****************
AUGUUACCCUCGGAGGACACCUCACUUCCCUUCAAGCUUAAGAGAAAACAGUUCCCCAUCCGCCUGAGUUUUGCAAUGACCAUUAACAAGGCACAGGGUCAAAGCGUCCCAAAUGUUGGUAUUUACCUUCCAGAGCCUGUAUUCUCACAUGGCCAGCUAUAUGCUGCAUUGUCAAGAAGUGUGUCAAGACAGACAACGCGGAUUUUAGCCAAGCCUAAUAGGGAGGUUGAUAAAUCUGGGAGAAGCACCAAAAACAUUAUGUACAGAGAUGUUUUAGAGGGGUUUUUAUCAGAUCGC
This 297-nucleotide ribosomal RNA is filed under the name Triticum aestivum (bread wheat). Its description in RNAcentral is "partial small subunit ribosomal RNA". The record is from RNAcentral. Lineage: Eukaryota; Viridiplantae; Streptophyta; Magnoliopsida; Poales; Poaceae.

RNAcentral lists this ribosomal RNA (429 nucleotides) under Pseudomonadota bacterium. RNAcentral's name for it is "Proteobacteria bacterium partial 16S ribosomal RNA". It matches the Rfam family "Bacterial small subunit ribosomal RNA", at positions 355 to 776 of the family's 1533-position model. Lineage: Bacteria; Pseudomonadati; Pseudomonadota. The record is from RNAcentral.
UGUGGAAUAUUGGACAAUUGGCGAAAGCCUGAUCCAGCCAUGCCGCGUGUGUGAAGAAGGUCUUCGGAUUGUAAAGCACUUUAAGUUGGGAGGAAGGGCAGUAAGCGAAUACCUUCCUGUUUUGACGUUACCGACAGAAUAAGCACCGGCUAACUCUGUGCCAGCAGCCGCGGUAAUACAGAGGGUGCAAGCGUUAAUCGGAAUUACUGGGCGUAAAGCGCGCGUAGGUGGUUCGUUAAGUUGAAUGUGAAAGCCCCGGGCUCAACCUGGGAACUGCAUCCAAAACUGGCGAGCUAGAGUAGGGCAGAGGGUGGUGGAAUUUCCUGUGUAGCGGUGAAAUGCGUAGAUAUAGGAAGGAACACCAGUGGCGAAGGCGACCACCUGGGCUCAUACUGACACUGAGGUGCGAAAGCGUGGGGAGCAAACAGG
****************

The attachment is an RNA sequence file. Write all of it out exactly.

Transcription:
AUGUUACCCUCGGAGGACACCUCACUUCCCUUCAAGCUUAAGAGAAAACAGUUCCCCAUCCGCCUGAGUUUUGCAAUGACCAUUAACAAGGCACAGGGUCAAAGCGUCCCAAAUGUUGGUAUUUACCUUCCAGAGCCUGUAUUCUCACAUGGCCAGCUAUAUGCUGCAUUGUCAAGAAGUGUGUCAAGACAGACAACGCGGAUUUUAGCCAAGCCUAAUAGGGAGGUUGAUAAAUCUGGGAGAAGCACCAAAAACAUUAUGUACAGAGAUGUUUUAGAGGGGUUUUUAUCAGAUCGC
This 297-nucleotide ribosomal RNA is filed under the name Triticum aestivum (bread wheat). Its description in RNAcentral is "partial small subunit ribosomal RNA". The record is from RNAcentral. Lineage: Eukaryota; Viridiplantae; Streptophyta; Magnoliopsida; Poales; Poaceae.

RNAcentral lists this ribosomal RNA (429 nucleotides) under Pseudomonadota bacterium. RNAcentral's name for it is "Proteobacteria bacterium partial 16S ribosomal RNA". It matches the Rfam family "Bacterial small subunit ribosomal RNA", at positions 355 to 776 of the family's 1533-position model. Lineage: Bacteria; Pseudomonadati; Pseudomonadota. The record is from RNAcentral.
UGUGGAAUAUUGGACAAUUGGCGAAAGCCUGAUCCAGCCAUGCCGCGUGUGUGAAGAAGGUCUUCGGAUUGUAAAGCACUUUAAGUUGGGAGGAAGGGCAGUAAGCGAAUACCUUCCUGUUUUGACGUUACCGACAGAAUAAGCACCGGCUAACUCUGUGCCAGCAGCCGCGGUAAUACAGAGGGUGCAAGCGUUAAUCGGAAUUACUGGGCGUAAAGCGCGCGUAGGUGGUUCGUUAAGUUGAAUGUGAAAGCCCCGGGCUCAACCUGGGAACUGCAUCCAAAACUGGCGAGCUAGAGUAGGGCAGAGGGUGGUGGAAUUUCCUGUGUAGCGGUGAAAUGCGUAGAUAUAGGAAGGAACACCAGUGGCGAAGGCGACCACCUGGGCUCAUACUGACACUGAGGUGCGAAAGCGUGGGGAGCAAACAGG